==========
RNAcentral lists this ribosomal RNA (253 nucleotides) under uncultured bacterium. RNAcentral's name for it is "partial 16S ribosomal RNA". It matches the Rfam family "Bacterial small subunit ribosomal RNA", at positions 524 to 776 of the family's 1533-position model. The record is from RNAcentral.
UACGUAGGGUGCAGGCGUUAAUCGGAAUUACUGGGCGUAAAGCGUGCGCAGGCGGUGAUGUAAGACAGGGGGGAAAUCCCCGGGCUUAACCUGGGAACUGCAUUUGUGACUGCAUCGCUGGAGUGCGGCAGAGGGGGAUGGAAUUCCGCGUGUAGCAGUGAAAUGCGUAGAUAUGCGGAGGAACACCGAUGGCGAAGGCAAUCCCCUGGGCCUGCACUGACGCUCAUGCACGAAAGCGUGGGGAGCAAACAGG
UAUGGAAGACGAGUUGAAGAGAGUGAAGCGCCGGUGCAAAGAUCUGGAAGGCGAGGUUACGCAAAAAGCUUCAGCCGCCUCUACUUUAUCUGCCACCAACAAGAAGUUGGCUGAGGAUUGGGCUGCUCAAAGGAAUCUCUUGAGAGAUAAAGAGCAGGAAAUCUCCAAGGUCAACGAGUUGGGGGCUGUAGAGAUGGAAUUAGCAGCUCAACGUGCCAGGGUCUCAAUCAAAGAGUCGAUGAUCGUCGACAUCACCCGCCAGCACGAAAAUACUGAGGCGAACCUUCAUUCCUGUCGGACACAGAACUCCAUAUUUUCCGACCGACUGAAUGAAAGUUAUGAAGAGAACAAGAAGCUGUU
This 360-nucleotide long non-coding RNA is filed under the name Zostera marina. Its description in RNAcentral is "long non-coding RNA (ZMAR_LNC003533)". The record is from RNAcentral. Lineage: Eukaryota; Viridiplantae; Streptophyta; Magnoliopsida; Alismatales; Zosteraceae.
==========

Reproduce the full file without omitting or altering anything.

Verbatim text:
RNAcentral lists this ribosomal RNA (253 nucleotides) under uncultured bacterium. RNAcentral's name for it is "partial 16S ribosomal RNA". It matches the Rfam family "Bacterial small subunit ribosomal RNA", at positions 524 to 776 of the family's 1533-position model. The record is from RNAcentral.
UACGUAGGGUGCAGGCGUUAAUCGGAAUUACUGGGCGUAAAGCGUGCGCAGGCGGUGAUGUAAGACAGGGGGGAAAUCCCCGGGCUUAACCUGGGAACUGCAUUUGUGACUGCAUCGCUGGAGUGCGGCAGAGGGGGAUGGAAUUCCGCGUGUAGCAGUGAAAUGCGUAGAUAUGCGGAGGAACACCGAUGGCGAAGGCAAUCCCCUGGGCCUGCACUGACGCUCAUGCACGAAAGCGUGGGGAGCAAACAGG
UAUGGAAGACGAGUUGAAGAGAGUGAAGCGCCGGUGCAAAGAUCUGGAAGGCGAGGUUACGCAAAAAGCUUCAGCCGCCUCUACUUUAUCUGCCACCAACAAGAAGUUGGCUGAGGAUUGGGCUGCUCAAAGGAAUCUCUUGAGAGAUAAAGAGCAGGAAAUCUCCAAGGUCAACGAGUUGGGGGCUGUAGAGAUGGAAUUAGCAGCUCAACGUGCCAGGGUCUCAAUCAAAGAGUCGAUGAUCGUCGACAUCACCCGCCAGCACGAAAAUACUGAGGCGAACCUUCAUUCCUGUCGGACACAGAACUCCAUAUUUUCCGACCGACUGAAUGAAAGUUAUGAAGAGAACAAGAAGCUGUU
This 360-nucleotide long non-coding RNA is filed under the name Zostera marina. Its description in RNAcentral is "long non-coding RNA (ZMAR_LNC003533)". The record is from RNAcentral. Lineage: Eukaryota; Viridiplantae; Streptophyta; Magnoliopsida; Alismatales; Zosteraceae.